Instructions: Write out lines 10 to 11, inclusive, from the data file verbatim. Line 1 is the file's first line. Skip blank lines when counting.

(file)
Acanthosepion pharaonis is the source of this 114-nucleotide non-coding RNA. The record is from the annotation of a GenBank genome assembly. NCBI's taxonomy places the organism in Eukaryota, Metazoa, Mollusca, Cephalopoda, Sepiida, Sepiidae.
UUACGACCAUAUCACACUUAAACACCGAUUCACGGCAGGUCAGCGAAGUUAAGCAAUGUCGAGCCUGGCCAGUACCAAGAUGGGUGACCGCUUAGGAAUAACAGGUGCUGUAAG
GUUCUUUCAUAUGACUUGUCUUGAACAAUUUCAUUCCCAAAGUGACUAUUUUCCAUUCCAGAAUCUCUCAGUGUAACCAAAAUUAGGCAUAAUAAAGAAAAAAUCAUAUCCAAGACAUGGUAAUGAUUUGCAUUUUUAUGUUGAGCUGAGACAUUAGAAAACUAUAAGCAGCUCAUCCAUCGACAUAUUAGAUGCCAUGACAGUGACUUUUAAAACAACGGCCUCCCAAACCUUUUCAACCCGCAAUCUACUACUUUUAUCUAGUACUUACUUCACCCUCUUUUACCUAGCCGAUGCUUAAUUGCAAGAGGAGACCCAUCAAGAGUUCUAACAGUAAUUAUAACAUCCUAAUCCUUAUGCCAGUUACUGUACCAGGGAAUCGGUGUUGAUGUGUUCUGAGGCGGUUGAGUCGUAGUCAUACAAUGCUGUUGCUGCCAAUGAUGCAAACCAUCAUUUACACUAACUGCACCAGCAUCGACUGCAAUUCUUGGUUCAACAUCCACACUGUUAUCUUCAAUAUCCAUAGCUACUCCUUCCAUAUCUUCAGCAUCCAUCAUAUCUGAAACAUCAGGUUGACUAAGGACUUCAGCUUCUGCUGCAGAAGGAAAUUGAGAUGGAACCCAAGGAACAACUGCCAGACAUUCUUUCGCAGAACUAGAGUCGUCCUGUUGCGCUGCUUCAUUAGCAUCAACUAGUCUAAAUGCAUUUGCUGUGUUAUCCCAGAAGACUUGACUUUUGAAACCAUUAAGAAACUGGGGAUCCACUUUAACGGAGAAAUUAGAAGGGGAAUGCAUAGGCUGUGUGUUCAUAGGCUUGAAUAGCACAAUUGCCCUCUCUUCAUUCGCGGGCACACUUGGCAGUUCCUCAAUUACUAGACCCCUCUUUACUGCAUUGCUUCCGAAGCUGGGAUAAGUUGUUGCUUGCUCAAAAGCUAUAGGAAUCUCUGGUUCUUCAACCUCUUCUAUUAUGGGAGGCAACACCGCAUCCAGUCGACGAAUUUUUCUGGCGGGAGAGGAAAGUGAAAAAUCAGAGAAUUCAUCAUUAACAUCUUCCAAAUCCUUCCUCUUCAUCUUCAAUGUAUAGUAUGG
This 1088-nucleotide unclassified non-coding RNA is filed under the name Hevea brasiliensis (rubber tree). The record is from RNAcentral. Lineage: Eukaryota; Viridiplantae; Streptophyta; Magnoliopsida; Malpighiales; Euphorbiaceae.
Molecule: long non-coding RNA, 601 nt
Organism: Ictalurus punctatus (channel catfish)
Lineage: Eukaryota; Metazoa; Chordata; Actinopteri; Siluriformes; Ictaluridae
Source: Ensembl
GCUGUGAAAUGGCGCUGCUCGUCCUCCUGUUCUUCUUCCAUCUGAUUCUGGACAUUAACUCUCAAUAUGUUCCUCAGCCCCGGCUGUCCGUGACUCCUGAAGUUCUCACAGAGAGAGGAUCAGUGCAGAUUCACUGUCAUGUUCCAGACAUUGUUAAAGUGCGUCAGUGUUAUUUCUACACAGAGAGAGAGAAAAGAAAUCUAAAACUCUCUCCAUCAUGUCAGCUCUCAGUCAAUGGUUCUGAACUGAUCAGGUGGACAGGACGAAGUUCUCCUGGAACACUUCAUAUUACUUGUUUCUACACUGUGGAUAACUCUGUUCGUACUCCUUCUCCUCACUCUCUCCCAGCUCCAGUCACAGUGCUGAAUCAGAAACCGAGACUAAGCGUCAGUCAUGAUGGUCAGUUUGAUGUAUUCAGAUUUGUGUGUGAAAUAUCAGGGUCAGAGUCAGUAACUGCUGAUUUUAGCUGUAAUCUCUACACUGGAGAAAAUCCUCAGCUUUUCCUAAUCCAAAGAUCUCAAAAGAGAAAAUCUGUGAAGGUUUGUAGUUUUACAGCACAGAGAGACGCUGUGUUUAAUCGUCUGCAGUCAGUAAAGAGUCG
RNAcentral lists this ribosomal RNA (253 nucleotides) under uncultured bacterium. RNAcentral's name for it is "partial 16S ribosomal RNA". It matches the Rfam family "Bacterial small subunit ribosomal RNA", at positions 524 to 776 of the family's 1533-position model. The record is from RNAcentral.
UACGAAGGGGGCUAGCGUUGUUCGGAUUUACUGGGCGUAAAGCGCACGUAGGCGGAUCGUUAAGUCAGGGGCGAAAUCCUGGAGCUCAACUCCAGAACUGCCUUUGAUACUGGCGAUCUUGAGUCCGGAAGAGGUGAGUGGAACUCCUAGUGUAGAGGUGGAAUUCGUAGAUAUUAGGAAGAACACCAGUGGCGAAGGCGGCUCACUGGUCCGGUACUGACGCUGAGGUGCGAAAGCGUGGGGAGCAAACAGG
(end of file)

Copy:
RNAcentral lists this ribosomal RNA (253 nucleotides) under uncultured bacterium. RNAcentral's name for it is "partial 16S ribosomal RNA". It matches the Rfam family "Bacterial small subunit ribosomal RNA", at positions 524 to 776 of the family's 1533-position model. The record is from RNAcentral.
UACGAAGGGGGCUAGCGUUGUUCGGAUUUACUGGGCGUAAAGCGCACGUAGGCGGAUCGUUAAGUCAGGGGCGAAAUCCUGGAGCUCAACUCCAGAACUGCCUUUGAUACUGGCGAUCUUGAGUCCGGAAGAGGUGAGUGGAACUCCUAGUGUAGAGGUGGAAUUCGUAGAUAUUAGGAAGAACACCAGUGGCGAAGGCGGCUCACUGGUCCGGUACUGACGCUGAGGUGCGAAAGCGUGGGGAGCAAACAGG